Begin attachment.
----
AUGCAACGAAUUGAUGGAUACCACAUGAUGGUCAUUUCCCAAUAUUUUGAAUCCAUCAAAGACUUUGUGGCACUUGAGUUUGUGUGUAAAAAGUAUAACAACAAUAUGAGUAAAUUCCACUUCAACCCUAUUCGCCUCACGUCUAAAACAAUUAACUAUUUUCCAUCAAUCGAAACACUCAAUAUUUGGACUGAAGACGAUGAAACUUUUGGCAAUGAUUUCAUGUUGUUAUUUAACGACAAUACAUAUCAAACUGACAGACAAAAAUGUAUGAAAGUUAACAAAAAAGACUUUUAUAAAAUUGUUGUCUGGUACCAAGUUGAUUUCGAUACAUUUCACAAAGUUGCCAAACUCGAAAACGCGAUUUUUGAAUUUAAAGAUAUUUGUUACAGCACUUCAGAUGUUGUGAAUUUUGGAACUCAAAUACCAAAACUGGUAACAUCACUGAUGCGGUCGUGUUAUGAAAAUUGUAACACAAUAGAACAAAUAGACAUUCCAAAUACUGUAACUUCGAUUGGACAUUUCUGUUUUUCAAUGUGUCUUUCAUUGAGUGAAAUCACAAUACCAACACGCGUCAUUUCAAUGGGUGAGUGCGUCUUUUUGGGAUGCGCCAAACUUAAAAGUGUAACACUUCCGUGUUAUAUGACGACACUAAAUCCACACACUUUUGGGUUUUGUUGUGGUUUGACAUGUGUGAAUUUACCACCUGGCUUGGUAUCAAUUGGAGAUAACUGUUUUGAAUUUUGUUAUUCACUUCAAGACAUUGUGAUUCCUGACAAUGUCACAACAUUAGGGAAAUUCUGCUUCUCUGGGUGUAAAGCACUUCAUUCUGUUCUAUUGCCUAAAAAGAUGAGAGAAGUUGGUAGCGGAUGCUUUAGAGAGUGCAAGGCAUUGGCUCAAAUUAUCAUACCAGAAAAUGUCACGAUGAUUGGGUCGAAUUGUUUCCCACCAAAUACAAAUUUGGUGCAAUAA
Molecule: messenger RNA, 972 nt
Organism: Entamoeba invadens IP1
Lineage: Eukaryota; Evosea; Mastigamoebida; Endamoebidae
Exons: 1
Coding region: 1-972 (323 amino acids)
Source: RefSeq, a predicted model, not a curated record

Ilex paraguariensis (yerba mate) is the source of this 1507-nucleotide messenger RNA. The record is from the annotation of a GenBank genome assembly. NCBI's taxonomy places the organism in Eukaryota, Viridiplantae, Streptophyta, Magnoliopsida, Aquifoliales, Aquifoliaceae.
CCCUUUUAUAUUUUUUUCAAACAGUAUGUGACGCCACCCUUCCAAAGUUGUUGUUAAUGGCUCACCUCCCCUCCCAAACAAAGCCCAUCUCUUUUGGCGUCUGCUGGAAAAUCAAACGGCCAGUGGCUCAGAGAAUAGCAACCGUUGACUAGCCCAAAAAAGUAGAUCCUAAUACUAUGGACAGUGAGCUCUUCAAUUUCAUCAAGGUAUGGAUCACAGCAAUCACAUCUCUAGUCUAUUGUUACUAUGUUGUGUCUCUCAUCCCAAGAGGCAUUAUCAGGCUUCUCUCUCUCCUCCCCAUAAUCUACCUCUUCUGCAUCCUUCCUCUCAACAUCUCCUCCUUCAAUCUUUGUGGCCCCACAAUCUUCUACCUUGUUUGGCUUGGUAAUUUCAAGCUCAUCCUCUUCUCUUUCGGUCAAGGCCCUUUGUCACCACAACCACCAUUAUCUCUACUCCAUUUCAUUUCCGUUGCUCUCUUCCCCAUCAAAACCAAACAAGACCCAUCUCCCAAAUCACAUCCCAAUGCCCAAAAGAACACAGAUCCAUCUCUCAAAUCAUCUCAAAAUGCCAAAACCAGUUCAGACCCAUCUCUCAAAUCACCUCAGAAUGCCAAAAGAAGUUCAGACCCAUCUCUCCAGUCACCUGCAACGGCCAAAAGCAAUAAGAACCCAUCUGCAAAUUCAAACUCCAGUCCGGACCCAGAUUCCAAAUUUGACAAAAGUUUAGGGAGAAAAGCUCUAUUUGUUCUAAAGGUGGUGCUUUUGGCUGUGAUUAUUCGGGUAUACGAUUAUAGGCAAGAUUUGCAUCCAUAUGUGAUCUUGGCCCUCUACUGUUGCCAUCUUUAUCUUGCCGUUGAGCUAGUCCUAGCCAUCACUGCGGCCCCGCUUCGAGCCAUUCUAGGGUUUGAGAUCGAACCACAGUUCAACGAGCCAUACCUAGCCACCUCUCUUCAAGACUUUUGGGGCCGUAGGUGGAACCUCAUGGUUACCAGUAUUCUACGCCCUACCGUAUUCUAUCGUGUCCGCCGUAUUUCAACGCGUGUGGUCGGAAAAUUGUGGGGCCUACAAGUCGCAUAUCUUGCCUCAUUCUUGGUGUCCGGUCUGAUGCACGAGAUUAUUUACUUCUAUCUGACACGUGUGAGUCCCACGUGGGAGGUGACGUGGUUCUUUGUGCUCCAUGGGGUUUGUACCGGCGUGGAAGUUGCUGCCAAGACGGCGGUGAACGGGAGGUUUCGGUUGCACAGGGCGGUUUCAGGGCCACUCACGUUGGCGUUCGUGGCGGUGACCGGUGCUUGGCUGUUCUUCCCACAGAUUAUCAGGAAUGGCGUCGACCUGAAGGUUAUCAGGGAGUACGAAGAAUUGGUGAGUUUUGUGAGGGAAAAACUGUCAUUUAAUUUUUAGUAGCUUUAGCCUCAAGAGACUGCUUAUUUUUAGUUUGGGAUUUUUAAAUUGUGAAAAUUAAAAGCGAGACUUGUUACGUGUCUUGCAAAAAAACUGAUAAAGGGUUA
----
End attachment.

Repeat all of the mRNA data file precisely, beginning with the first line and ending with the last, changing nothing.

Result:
AUGCAACGAAUUGAUGGAUACCACAUGAUGGUCAUUUCCCAAUAUUUUGAAUCCAUCAAAGACUUUGUGGCACUUGAGUUUGUGUGUAAAAAGUAUAACAACAAUAUGAGUAAAUUCCACUUCAACCCUAUUCGCCUCACGUCUAAAACAAUUAACUAUUUUCCAUCAAUCGAAACACUCAAUAUUUGGACUGAAGACGAUGAAACUUUUGGCAAUGAUUUCAUGUUGUUAUUUAACGACAAUACAUAUCAAACUGACAGACAAAAAUGUAUGAAAGUUAACAAAAAAGACUUUUAUAAAAUUGUUGUCUGGUACCAAGUUGAUUUCGAUACAUUUCACAAAGUUGCCAAACUCGAAAACGCGAUUUUUGAAUUUAAAGAUAUUUGUUACAGCACUUCAGAUGUUGUGAAUUUUGGAACUCAAAUACCAAAACUGGUAACAUCACUGAUGCGGUCGUGUUAUGAAAAUUGUAACACAAUAGAACAAAUAGACAUUCCAAAUACUGUAACUUCGAUUGGACAUUUCUGUUUUUCAAUGUGUCUUUCAUUGAGUGAAAUCACAAUACCAACACGCGUCAUUUCAAUGGGUGAGUGCGUCUUUUUGGGAUGCGCCAAACUUAAAAGUGUAACACUUCCGUGUUAUAUGACGACACUAAAUCCACACACUUUUGGGUUUUGUUGUGGUUUGACAUGUGUGAAUUUACCACCUGGCUUGGUAUCAAUUGGAGAUAACUGUUUUGAAUUUUGUUAUUCACUUCAAGACAUUGUGAUUCCUGACAAUGUCACAACAUUAGGGAAAUUCUGCUUCUCUGGGUGUAAAGCACUUCAUUCUGUUCUAUUGCCUAAAAAGAUGAGAGAAGUUGGUAGCGGAUGCUUUAGAGAGUGCAAGGCAUUGGCUCAAAUUAUCAUACCAGAAAAUGUCACGAUGAUUGGGUCGAAUUGUUUCCCACCAAAUACAAAUUUGGUGCAAUAA
Molecule: messenger RNA, 972 nt
Organism: Entamoeba invadens IP1
Lineage: Eukaryota; Evosea; Mastigamoebida; Endamoebidae
Exons: 1
Coding region: 1-972 (323 amino acids)
Source: RefSeq, a predicted model, not a curated record

Ilex paraguariensis (yerba mate) is the source of this 1507-nucleotide messenger RNA. The record is from the annotation of a GenBank genome assembly. NCBI's taxonomy places the organism in Eukaryota, Viridiplantae, Streptophyta, Magnoliopsida, Aquifoliales, Aquifoliaceae.
CCCUUUUAUAUUUUUUUCAAACAGUAUGUGACGCCACCCUUCCAAAGUUGUUGUUAAUGGCUCACCUCCCCUCCCAAACAAAGCCCAUCUCUUUUGGCGUCUGCUGGAAAAUCAAACGGCCAGUGGCUCAGAGAAUAGCAACCGUUGACUAGCCCAAAAAAGUAGAUCCUAAUACUAUGGACAGUGAGCUCUUCAAUUUCAUCAAGGUAUGGAUCACAGCAAUCACAUCUCUAGUCUAUUGUUACUAUGUUGUGUCUCUCAUCCCAAGAGGCAUUAUCAGGCUUCUCUCUCUCCUCCCCAUAAUCUACCUCUUCUGCAUCCUUCCUCUCAACAUCUCCUCCUUCAAUCUUUGUGGCCCCACAAUCUUCUACCUUGUUUGGCUUGGUAAUUUCAAGCUCAUCCUCUUCUCUUUCGGUCAAGGCCCUUUGUCACCACAACCACCAUUAUCUCUACUCCAUUUCAUUUCCGUUGCUCUCUUCCCCAUCAAAACCAAACAAGACCCAUCUCCCAAAUCACAUCCCAAUGCCCAAAAGAACACAGAUCCAUCUCUCAAAUCAUCUCAAAAUGCCAAAACCAGUUCAGACCCAUCUCUCAAAUCACCUCAGAAUGCCAAAAGAAGUUCAGACCCAUCUCUCCAGUCACCUGCAACGGCCAAAAGCAAUAAGAACCCAUCUGCAAAUUCAAACUCCAGUCCGGACCCAGAUUCCAAAUUUGACAAAAGUUUAGGGAGAAAAGCUCUAUUUGUUCUAAAGGUGGUGCUUUUGGCUGUGAUUAUUCGGGUAUACGAUUAUAGGCAAGAUUUGCAUCCAUAUGUGAUCUUGGCCCUCUACUGUUGCCAUCUUUAUCUUGCCGUUGAGCUAGUCCUAGCCAUCACUGCGGCCCCGCUUCGAGCCAUUCUAGGGUUUGAGAUCGAACCACAGUUCAACGAGCCAUACCUAGCCACCUCUCUUCAAGACUUUUGGGGCCGUAGGUGGAACCUCAUGGUUACCAGUAUUCUACGCCCUACCGUAUUCUAUCGUGUCCGCCGUAUUUCAACGCGUGUGGUCGGAAAAUUGUGGGGCCUACAAGUCGCAUAUCUUGCCUCAUUCUUGGUGUCCGGUCUGAUGCACGAGAUUAUUUACUUCUAUCUGACACGUGUGAGUCCCACGUGGGAGGUGACGUGGUUCUUUGUGCUCCAUGGGGUUUGUACCGGCGUGGAAGUUGCUGCCAAGACGGCGGUGAACGGGAGGUUUCGGUUGCACAGGGCGGUUUCAGGGCCACUCACGUUGGCGUUCGUGGCGGUGACCGGUGCUUGGCUGUUCUUCCCACAGAUUAUCAGGAAUGGCGUCGACCUGAAGGUUAUCAGGGAGUACGAAGAAUUGGUGAGUUUUGUGAGGGAAAAACUGUCAUUUAAUUUUUAGUAGCUUUAGCCUCAAGAGACUGCUUAUUUUUAGUUUGGGAUUUUUAAAUUGUGAAAAUUAAAAGCGAGACUUGUUACGUGUCUUGCAAAAAAACUGAUAAAGGGUUA